United Nations Secretary-General Antonio Guterres is warning of “a generational catastrophe that could waste untold human potential, undermine decades of progress, and exacerbate entrenched inequalities” because of the coronavirus pandemic. Schools have closed in 160 countries, affecting a billion students and the impact on the poorest, most vulnerable in society is turning back the clock on social progress.
“We are at a defining moment for the world’s children and young people,” Guterres said in a video message and a 26-page policy briefing. “The decisions that governments and partners take now will have lasting impact on hundreds of millions of young people, and on the development prospects of countries for decades to come.
Guterres is advocating for “getting students back into schools and learning institutions as safely as possible” as a “top priority” for governments around the world.
The need is critical. And the side effects of keeping the schools closed would truly be catastrophic for hundreds of millions of children.
The knock-on effects on child nutrition, child marriage and gender equality, among others, are “deeply concerning,” he warned.
“The Covid-19 pandemic has led to the largest disruption of education ever,” Guterres said in a video message as he launched the “Save our Future” campaign with education partners and United Nations agencies.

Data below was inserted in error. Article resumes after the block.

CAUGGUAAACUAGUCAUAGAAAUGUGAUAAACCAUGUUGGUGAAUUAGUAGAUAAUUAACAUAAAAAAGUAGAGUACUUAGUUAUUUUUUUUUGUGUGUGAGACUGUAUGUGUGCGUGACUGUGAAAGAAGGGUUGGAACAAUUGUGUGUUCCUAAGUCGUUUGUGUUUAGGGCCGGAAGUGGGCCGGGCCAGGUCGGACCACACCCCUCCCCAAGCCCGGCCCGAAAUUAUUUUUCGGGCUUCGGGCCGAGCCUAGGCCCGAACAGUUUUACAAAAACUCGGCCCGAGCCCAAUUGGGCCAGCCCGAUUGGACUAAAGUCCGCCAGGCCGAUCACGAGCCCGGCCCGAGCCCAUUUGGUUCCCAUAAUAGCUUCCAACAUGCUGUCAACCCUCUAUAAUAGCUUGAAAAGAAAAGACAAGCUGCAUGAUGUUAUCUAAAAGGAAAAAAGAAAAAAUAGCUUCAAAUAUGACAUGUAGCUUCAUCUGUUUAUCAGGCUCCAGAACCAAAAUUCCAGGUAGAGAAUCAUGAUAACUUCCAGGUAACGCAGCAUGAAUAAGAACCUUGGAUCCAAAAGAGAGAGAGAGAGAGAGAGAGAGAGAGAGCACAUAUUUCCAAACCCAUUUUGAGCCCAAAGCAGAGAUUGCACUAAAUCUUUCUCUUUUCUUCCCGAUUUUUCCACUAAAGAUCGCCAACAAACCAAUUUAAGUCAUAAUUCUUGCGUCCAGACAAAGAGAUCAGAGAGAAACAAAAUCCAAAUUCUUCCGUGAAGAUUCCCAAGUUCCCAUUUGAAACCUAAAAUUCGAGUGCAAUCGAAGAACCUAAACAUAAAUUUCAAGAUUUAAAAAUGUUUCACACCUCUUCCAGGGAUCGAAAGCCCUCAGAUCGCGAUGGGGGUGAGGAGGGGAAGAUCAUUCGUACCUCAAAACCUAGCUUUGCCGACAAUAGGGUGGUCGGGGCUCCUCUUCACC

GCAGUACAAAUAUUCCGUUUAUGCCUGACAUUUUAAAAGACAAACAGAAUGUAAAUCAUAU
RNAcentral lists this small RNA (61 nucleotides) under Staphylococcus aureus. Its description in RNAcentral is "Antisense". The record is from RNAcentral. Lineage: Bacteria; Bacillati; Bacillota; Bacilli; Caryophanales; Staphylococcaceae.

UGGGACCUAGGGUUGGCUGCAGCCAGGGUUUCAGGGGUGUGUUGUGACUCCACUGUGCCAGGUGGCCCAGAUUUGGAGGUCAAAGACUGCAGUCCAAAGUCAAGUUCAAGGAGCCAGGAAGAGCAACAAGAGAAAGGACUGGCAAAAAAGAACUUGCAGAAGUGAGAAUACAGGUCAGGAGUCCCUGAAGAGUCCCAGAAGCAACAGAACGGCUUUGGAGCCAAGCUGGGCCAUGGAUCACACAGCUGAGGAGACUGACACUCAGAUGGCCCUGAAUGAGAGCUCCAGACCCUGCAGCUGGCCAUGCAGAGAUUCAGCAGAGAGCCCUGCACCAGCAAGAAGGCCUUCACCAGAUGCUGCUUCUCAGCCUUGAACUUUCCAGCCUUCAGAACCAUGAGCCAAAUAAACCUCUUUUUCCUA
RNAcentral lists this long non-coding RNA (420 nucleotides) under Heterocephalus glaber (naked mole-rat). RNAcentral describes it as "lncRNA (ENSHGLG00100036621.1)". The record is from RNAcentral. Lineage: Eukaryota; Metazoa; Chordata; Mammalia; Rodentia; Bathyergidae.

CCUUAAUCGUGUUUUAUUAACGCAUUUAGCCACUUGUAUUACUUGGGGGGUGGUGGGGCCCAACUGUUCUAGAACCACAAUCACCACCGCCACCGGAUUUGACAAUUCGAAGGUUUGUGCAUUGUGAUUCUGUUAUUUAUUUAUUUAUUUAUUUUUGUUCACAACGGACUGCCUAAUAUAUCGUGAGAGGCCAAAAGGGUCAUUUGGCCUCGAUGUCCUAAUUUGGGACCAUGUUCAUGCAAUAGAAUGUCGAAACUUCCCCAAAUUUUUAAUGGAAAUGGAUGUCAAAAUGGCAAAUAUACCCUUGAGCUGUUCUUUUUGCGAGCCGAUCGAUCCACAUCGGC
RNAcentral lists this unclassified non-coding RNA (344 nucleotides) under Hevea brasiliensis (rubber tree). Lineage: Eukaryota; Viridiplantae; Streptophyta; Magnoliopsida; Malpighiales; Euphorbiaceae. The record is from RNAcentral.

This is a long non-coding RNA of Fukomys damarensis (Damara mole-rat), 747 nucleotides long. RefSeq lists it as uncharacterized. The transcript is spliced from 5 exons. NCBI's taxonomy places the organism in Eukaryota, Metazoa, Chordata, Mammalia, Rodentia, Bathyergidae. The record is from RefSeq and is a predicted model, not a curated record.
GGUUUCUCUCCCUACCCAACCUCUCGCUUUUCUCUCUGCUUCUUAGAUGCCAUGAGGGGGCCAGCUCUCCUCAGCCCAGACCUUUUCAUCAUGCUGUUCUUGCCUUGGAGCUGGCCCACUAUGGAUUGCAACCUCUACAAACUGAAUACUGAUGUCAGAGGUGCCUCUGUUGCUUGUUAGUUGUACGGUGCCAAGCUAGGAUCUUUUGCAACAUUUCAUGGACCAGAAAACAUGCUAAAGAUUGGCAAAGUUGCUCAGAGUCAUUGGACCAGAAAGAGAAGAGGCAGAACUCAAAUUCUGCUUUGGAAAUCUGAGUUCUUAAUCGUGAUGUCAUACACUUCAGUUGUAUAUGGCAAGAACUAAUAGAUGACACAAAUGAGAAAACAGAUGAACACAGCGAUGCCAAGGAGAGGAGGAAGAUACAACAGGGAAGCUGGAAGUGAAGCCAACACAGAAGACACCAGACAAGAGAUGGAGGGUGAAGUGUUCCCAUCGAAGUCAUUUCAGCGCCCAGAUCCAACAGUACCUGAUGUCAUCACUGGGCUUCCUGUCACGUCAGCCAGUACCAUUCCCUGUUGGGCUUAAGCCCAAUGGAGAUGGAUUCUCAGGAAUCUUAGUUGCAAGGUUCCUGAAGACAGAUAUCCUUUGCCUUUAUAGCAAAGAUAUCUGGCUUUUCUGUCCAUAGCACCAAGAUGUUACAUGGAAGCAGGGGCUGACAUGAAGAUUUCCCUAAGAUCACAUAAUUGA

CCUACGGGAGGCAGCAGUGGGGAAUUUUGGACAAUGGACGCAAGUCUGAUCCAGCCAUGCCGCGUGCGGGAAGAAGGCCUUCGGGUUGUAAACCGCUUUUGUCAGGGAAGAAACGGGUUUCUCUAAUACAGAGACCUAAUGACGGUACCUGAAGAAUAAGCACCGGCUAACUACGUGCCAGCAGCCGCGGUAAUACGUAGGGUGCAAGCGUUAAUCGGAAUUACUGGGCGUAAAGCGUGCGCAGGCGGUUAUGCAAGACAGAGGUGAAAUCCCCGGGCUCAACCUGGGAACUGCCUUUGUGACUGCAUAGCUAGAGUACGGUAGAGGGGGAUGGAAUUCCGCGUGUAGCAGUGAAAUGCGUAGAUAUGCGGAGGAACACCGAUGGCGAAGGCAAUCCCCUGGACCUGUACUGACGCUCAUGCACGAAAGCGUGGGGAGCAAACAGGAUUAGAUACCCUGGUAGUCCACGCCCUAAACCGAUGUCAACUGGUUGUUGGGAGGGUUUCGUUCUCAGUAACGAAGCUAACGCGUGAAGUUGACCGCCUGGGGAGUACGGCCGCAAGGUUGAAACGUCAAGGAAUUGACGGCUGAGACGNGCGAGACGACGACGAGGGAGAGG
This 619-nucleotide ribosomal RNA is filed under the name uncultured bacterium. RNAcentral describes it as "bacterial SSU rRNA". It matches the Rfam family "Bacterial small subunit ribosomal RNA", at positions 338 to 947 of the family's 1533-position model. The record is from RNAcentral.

Already, 40 million kids worldwide have missed out on education “in their critical pre-school year.”
Kids are spongelike in their ability to soak up knowledge, and this is especially true from the ages of 4-7. It’s believed that language skills, especially, develop during this time, which largely determines so much of a child’s future.
The virtual classroom experiment has failed. It’s time to open the schoolhouse doors and get back to learning.
In mid-July, schools were closed in more than 160 countries, affecting over 1 billion students. At least 40 million children worldwide have missed out on education in their critical pre-school year.
And parents, especially women, have been forced to assume heavy care burdens at home.
Despite the delivery of lessons by radio, television and online, and the best efforts of teachers and parents, many students remain out of reach.
Learners with disabilities, those in minority or disadvantaged communities, displaced and refugee students and those in remote areas are at highest risk of being left behind.
And even for those who can access distance learning, success depends on their living conditions, including the fair distribution of domestic duties.
Once schools reopen, it’s a certainty that children will test positive for the coronavirus. Some will get sick. A few will become seriously ill. And there will be deaths. In the past, schools were breeding grounds for mumps, measles, rubella, influenza, and a host of childhood diseases. Before vaccinations, parents took the risk of sending their children to school because the gains from a kid being in a classroom far outweighed any dangers from a serious illness.
Until a vaccination is found for the coronavirus, parents today face the same dilemma. Are we to wrap our children in plastic bubbles to keep them safe? Or will we, as our grandparents and great-grandparents did, take the risk and allow the kids to learn?